And the rules for query letters are just as confusing. One agent wants you to start by telling her what happens in the book, another wants you to start by telling her the name, genre, and length, and a third wants you to introduce yourself by telling why you’ve chosen to query her. And then, you read a site that shows actual query letters that won the writer an agent, and the winners broke all the rules! This stuff will drive you insane (or totally discourage you) if you let it. I choose not to any longer.


  5. Since I write literary fiction I’ve broken a few rules in my time. I never went out of my way to do this. It’s just the way I write. Coupled with the fact that I tend to read literary fiction a good deal of the time, so it’s easy to see where my influences would come from. Not everyone understands it, though.

    It is true some authors can get away with breaking the rules. I agree it can most annoying. Some novels are even to literary for me. But that’s all part of our individual tastes and a good thing for that!

    But what I like about literary fiction is the fact that the rules can be broken and if/when submitting to publishers/agents who work with literary fiction the rules shouldn’t matter. They should “get it.”

    To be honest, I would write the way I want to. You’ll be creating your own brand, your own style. And your work will stand out because of it.

    I hope that one day you do win the Pulitzer Prize, Linda!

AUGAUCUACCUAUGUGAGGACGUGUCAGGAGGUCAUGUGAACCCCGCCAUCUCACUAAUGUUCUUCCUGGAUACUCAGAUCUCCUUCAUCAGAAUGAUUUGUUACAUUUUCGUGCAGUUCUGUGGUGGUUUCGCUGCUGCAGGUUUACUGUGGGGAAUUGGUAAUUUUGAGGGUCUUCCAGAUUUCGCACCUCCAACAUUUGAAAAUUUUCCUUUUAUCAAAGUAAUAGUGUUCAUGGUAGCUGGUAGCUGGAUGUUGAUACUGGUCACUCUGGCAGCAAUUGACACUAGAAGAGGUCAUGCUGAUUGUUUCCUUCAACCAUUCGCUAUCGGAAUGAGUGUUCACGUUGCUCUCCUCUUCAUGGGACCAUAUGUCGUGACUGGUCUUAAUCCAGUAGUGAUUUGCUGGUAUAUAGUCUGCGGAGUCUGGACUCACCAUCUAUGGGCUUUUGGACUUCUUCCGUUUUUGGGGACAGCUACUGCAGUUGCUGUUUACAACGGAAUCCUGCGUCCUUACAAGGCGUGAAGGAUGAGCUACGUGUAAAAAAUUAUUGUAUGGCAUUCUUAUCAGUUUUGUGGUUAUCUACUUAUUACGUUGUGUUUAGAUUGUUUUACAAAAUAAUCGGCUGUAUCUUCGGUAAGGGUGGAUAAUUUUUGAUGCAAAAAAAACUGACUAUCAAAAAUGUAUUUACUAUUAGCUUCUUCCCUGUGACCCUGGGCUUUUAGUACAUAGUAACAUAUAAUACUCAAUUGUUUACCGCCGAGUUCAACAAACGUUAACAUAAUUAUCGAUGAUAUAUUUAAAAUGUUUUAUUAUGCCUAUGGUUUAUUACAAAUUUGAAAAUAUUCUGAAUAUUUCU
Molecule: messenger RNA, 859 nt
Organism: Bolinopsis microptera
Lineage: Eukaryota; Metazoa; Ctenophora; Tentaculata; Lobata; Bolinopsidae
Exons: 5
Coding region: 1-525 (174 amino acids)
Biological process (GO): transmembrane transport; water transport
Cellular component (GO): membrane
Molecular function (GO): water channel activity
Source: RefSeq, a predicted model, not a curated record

LINDA: That’s the way it should be, Laura. I just let myself get side-tracked. I’m not one to deliberately break the rules … like the odd new wave of gimmicky writing, but I, too, just want to write the way I write. I think, eventually, I’ll connect with the right agent, like you said.

    Hey, yeah, Pulitzers for all of us, I say!


  6. I have struggled with these questions and you have every right to be angry, or at least question the validity of so many rules attached to the trade.

    Agents preach that they are looking for a “new voice”. I’ve often wondered how writers can develop a voice that is unique if they are restricted by following these dictums. Does the validity of their words hinge on the willful execution of these laws? If we all followed the rules to the letter, wouldn’t that produce works with a similar blanket familiarity?

    I say write from your heart, using the voice and style that is unique to you. In the end, what it all comes down to is the story. A well-written story with a sense of honesty and integrity, that incorporates characters you can connect with, will be loved and well received — no matter how many rules you follow or break.